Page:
Evangeline Holland

Sweeping Drama ⚜ Larger than Life History ⚜ Exquisite Romance ⚜ Diverse Perspectives

Archive for the ‘Writing’ Category

April 20th, 2015 by Evangeline Holland

Sex and the Single (Romance) Hero

Male body builder, Maurice Deriaz, c. 1906

Male body builder, Maurice Deriaz, c. 1906 – Wellcome Library

As I have been busy writing various projects, I began to notice a pattern in my heroes. As first, I was like…nah…he’s…wait…no, he’s…him either…hmm.

All of my heroes are celibate/abstinent for one reason or another when the story begins, and it got me thinking about the sexual lives of romance heroes. It’s possible that I’ve forgotten the status of every hero I’ve read or come across, but in general, romance heroes either have a high body count or are hot, sexy virgins (has anyone come across a fumbling, nerdy virgin hero?), with little variation in experience or sexual choices in between.

Years ago I ticked off a would-be critique partner when I questioned why their hero was a rake when it didn’t even fit with his characterization or his plot arc. Their huffy response was that romance readers expect to read about heroes with tons of experience.

That stuck with me–and stuck in my craw.

Romance heroes are typically granted the license to be more well rounded than romance heroines, by dint of the whole “placeholder” theory, but based on this, they’re just as stunted and boxed into a particular fantasy that “everyone” expects. I cringe at the belief that readers would think less of a hero’s “masculinity” if he does not have a string of ex-girlfriends and mistresses in a little black book. Is it not possible for a hero to be super experienced after a couple of long term relationships –Or would that then shatter the fantasy of the heroine being The One (to rock his world, etc etc)?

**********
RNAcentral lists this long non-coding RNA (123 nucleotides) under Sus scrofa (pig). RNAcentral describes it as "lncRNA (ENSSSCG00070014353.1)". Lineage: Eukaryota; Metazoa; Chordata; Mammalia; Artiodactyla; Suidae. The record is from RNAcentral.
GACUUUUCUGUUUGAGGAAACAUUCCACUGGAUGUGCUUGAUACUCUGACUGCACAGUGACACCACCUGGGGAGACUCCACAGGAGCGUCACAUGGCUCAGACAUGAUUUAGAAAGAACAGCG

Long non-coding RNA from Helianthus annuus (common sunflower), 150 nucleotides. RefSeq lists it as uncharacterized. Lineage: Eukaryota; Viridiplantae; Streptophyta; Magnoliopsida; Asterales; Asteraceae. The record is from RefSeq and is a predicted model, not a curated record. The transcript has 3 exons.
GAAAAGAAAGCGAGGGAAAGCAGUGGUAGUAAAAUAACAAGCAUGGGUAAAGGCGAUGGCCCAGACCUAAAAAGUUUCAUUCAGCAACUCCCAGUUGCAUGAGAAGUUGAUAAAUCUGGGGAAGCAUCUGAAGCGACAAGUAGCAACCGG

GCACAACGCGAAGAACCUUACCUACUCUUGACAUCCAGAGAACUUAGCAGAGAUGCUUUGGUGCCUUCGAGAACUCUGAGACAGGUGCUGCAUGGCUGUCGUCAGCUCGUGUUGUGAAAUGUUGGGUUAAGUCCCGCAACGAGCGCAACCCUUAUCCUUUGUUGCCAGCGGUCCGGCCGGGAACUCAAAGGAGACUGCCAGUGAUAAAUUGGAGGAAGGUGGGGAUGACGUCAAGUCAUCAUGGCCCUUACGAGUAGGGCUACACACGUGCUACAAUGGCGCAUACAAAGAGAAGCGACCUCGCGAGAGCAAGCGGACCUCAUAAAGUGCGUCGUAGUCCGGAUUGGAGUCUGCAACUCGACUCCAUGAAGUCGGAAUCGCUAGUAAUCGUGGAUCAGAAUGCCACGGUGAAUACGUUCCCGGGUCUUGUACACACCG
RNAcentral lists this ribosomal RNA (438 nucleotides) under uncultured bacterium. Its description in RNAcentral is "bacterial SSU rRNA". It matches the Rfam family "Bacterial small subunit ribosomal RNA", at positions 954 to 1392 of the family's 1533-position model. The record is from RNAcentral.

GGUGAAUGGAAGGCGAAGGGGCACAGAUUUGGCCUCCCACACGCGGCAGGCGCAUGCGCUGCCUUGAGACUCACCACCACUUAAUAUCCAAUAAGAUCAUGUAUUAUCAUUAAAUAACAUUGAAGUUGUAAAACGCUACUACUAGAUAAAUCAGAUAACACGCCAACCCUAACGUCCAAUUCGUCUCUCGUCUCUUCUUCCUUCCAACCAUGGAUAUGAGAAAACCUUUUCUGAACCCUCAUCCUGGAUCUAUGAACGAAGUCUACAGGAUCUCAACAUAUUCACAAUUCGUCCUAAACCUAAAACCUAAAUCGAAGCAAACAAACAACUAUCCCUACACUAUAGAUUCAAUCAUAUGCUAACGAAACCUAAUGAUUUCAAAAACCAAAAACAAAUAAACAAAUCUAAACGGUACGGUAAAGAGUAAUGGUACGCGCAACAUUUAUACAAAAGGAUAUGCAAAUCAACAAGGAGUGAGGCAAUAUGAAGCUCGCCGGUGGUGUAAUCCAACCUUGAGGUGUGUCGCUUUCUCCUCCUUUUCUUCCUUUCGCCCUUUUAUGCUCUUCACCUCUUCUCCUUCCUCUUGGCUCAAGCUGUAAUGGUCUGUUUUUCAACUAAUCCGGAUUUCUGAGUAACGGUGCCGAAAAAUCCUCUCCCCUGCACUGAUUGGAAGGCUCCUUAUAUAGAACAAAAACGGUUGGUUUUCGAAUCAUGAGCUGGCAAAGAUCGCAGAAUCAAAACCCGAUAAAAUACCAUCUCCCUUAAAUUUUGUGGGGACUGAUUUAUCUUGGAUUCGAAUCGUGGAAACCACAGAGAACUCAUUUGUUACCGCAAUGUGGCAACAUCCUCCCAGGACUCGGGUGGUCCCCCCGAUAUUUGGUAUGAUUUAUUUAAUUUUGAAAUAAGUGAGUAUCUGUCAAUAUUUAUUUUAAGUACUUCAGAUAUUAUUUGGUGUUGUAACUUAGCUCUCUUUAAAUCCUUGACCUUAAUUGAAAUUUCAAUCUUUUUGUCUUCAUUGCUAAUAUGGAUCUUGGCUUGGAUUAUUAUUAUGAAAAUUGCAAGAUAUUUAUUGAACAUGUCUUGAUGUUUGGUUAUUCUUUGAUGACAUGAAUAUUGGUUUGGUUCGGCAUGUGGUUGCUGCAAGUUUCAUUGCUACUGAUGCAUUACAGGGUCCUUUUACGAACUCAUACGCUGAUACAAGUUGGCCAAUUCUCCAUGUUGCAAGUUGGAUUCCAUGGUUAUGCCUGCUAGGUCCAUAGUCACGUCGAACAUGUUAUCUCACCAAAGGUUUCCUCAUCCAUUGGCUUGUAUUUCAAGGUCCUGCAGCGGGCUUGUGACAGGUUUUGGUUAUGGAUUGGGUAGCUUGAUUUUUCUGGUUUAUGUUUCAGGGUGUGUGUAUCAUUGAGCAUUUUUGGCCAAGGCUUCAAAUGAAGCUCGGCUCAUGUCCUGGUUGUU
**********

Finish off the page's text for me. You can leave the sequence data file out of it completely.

Also, in historicals, the rake as the hero can be quite ahistorical after the Restoration Era. For example, I was struck by a segment in Amanda Vickery’s At Home with the Georgians, where she describes how a wife completed a gentleman. The bachelor life placed him outside of true adulthood and prominence (I want to see this in Georgian/Regency!). And though a particular social set of Victorians/Edwardians were notorious bed-hoppers, and the whole “take a lover after giving him heirs” things originated amongst this set, I have found numerous stories of love matches, and their letters, diaries, etc are illuminating.